Works of art
The theft of cultural objects affects developed and developing countries alike. The illicit traffic in cultural heritage is a transnational crime that affects the countries of origin, transit and final destination.
The illicit trade in works of art is sustained by the demand from the arts market, the opening of borders, the improvement in transport systems and the political instability of certain countries.
At INTERPOL, we are working to raise awareness of the problem among the relevant organizations and the general public. We encourage not only police, but also art and antiques dealers and owners of works of art to play an active role in the exchange of information. This combined action will strengthen our efforts to curb the erosion of our cultural heritage.
We published the first INTERPOL Notice on stolen works of art in 1947. Since then, we have developed a highly efficient system for circulating information in the form of a database accessible not only to law enforcement agencies but also to members of the public who have been provided with specific access rights.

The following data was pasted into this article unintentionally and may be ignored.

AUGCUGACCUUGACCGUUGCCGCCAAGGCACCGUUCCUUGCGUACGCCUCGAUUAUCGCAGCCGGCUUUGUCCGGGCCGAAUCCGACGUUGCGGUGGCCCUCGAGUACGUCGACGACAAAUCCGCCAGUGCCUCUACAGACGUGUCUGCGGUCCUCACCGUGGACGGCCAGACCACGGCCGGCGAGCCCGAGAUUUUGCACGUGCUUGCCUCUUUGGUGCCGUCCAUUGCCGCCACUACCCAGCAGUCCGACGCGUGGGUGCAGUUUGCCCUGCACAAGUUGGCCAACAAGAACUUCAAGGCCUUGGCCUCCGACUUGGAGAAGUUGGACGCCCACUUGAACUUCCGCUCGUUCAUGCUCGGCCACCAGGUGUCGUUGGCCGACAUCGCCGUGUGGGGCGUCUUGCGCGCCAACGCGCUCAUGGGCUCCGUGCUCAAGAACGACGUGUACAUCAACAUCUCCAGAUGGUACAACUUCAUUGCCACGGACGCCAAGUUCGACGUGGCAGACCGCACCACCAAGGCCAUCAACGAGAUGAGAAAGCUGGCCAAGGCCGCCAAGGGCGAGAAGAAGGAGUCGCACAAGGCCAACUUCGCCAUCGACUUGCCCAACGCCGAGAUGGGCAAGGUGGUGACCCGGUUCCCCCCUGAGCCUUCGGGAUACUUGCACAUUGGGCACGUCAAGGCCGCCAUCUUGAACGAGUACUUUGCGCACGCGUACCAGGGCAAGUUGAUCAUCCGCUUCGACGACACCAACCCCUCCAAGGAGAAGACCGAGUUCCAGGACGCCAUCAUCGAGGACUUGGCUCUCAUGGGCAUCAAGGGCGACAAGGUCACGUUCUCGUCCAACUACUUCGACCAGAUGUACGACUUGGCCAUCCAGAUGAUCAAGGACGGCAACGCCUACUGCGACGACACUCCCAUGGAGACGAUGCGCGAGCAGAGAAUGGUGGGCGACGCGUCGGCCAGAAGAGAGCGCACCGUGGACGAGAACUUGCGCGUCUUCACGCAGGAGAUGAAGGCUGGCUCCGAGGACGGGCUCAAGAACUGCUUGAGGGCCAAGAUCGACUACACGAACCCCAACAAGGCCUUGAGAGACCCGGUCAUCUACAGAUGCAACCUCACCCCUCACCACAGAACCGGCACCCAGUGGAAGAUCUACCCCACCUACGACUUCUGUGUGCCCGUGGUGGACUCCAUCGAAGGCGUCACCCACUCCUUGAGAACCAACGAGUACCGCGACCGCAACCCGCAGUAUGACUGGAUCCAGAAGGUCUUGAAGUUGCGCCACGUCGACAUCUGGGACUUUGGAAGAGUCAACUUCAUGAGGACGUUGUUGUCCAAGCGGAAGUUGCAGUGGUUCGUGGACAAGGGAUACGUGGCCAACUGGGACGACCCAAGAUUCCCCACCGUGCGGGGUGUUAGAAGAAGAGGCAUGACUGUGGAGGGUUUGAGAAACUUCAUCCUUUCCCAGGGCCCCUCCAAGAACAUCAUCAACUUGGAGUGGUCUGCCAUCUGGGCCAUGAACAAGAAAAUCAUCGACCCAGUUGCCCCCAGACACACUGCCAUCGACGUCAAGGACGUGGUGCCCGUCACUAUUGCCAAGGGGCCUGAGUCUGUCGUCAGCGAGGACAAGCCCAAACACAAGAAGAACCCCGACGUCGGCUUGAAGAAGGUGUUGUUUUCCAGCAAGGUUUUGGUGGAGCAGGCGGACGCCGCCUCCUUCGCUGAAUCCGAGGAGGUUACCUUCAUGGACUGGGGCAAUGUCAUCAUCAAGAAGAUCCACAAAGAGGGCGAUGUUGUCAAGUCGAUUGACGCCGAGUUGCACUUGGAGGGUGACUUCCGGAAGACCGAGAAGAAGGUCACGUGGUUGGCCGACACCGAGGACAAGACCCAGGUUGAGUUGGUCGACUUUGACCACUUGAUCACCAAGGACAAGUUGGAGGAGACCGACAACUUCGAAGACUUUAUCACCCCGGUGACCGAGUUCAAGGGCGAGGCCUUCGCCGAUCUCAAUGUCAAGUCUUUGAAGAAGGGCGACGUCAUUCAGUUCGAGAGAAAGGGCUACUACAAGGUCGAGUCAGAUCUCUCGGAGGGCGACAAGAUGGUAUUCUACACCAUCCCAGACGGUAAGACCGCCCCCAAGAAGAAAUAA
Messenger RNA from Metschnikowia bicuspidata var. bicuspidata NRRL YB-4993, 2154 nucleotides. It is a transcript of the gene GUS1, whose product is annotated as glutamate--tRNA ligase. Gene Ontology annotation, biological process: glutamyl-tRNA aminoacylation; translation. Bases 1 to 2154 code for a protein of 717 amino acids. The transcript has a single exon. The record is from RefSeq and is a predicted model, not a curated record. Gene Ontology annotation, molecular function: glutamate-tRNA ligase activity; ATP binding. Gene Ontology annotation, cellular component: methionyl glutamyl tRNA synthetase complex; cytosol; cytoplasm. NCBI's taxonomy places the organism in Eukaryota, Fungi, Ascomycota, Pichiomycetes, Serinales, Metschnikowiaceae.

In addition, certain types of data can be accessed openly by the general public:
- The most recent stolen works of art reported to INTERPOL;
- Recovered works of art;
- Works of art that have been recovered but remain unclaimed by their owners;
- Stolen Afghan items;
- Stolen Iraqi items.
Further resources are also available on this website:
- The latest INTERPOL posters showing the most wanted works of art.
- Object ID: the international standard for describing cultural objects, in order to facilitate their identification;
- Frequently asked questions.
We work in partnership with other international organizations, such as:
- United Nations Educational, Scientific and Cultural Organization (UNESCO);
- International Council of Museums (ICOM);
- United Nations Organization for Drugs and Crime (UNODC);
- World Customs Organization (WCO).
Romanian Police: database of stolen works of art (in Romanian only)
Latvian e-service: for owners and holders of cultural objects to record details of their objects, to be provided to police in case of theft.
Stop heritage crime - Joint Polish-Norwegian project on legal and illicit trade with cultural heritage
11-13 March 2015, Lyon, France
- Access to the stolen works of art database (for authorized users only: once you have logged in, go to the ‘My Profile’ link at the top of the page and select the database from the list of options)
- Application form
- User guide (PDF) / User guide (PowerPoint)
WARNING! Deletion of inactive user accounts
Accounts that have not been used for a period of one year will be deleted. We advise you to log in on a regular basis in order to keep your account active.
Fighting illicit traffic of cultural property in Southeast Europe
Video provided by the Culture Unit of the UNESCO Venice Office on the illicit traffic of cultural property in the specific region of Southeast Europe.